). In a procedure similar to monolayer membrane incubations (Fig. ), MyrMA and MyrMACA proteins were incubated beneath membranes composed of 80% PS and 20% cholesterol, but rather than being lifted onto Parafilm discs, the membranes and attached proteins were lifted onto lacey EM grids and processed for EM imaging. Because we previously have shown that N-terminally His-tagged HIV-1 CA and MACANC proteins assemble into hexagonal lattices on nickel-chelating lipids (4
), we anticipated that the more natural binding of myristoylated MyrMACA proteins to PS-cholesterol membranes also might yield hexagonal protein arrays. However, because little information was available concerning the membrane arrangement of MA, it was unclear whether or how MyrMA proteins might organize themselves.
Interestingly, EM analysis of negatively stained images indicated that both MyrMACA and MyrMA formed ordered arrays on PS-cholesterol membranes (Fig. ). MyrMACA arrays were difficult to detect directly from images and occasionally showed small aggregates adhering to the monolayers (Fig. ). In contrast, MyrMA arrays rarely had adherent aggregates and tended to show discernible patterns (Fig. ). Surprisingly, calculated diffraction patterns (Fourier transforms) yielded remarkably similar power spectra for the two proteins, with a hexagonal arrangement of reflections readily apparent by eye (Fig. ). Unit cell dimensions, averaged from eight images for each protein, were consistent with those of a hexagonal lattice (Table ). However, the unit cell lengths of 93.5Å for MyrMACA and 96.2 Å for MyrMA were larger than what has been observed for tightly packed HIV-1 CA or immature virus-like particles and were close to that observed with loosely packed CA tubes and sheets or the cores of mature virions (6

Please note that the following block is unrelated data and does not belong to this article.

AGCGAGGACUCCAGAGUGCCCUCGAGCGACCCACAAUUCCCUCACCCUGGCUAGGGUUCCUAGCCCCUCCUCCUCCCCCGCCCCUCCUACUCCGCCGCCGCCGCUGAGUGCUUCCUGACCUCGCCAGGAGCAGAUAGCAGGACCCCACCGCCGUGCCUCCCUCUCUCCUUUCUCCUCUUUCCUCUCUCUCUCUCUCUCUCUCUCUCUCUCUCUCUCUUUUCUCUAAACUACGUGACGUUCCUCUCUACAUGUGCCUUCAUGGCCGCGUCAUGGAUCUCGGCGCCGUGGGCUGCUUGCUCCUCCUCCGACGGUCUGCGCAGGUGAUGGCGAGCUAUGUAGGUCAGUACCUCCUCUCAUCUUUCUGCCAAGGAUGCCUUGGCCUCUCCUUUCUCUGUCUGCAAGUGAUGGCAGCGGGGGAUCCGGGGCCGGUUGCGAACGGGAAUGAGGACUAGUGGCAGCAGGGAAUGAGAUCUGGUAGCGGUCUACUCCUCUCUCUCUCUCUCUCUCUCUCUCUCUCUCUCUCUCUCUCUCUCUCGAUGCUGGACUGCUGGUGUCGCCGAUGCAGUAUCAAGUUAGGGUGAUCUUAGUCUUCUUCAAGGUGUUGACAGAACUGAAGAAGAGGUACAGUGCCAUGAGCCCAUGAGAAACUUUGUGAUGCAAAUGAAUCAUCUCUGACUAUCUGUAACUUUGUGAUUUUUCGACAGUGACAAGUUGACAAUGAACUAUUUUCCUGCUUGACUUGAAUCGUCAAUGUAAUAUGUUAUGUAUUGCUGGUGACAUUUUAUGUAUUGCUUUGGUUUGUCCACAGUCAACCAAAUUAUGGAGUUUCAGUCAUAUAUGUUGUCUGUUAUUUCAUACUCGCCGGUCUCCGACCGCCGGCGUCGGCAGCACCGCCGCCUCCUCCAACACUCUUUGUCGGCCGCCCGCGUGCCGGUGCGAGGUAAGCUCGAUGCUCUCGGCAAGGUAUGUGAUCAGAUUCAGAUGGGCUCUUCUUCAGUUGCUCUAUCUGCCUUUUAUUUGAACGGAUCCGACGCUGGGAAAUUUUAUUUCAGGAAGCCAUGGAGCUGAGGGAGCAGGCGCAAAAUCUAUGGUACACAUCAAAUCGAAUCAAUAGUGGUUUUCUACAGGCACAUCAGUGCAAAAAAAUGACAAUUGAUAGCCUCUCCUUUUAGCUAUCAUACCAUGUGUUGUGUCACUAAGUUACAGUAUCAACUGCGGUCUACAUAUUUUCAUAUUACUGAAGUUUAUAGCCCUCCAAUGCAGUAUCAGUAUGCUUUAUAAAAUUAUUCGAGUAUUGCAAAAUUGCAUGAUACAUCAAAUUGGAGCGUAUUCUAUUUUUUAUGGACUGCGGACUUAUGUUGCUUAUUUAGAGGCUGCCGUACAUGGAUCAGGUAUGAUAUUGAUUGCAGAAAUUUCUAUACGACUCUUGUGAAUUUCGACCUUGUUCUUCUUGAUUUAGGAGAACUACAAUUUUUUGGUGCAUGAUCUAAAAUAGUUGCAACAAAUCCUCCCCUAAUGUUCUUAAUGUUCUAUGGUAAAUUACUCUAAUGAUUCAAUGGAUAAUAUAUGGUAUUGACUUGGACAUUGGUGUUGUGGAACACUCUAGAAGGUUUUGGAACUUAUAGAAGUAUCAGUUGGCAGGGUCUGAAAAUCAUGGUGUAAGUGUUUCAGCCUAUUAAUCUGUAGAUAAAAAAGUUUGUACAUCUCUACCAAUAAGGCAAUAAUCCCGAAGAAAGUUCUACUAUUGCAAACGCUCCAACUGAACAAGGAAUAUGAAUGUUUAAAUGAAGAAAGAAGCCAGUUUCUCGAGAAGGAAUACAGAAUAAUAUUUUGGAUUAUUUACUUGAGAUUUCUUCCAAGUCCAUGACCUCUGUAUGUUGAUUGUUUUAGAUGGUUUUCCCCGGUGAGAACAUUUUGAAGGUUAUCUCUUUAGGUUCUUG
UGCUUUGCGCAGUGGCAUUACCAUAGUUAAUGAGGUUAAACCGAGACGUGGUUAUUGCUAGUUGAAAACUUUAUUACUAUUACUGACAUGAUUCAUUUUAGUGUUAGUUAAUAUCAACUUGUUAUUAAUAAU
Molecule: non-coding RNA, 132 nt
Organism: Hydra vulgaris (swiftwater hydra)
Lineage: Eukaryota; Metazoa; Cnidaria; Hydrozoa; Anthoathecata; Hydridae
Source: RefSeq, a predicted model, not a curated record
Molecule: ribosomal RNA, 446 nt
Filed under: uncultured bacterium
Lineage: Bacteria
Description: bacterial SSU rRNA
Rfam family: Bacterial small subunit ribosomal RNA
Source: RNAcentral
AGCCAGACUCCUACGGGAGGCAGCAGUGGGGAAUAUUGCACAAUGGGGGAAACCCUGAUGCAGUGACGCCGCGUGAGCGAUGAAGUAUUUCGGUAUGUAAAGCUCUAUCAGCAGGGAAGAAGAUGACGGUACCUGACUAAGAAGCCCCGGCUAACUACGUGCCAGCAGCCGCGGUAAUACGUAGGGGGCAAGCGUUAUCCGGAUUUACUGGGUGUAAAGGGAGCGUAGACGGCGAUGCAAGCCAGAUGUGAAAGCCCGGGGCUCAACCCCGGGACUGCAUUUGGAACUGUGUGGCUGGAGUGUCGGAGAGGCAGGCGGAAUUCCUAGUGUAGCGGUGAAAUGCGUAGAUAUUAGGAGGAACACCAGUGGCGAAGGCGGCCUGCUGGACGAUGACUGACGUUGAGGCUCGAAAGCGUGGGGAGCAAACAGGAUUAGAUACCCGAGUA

). To assess the space group symmetry for membrane-bound arrays of MyrMA and MyrMACA proteins, the phases of predicted symmetry-related reflections were compared and evaluated by calculating phase residuals, where a 0° residual indicates a perfect match, while a 90° residual is a random match (10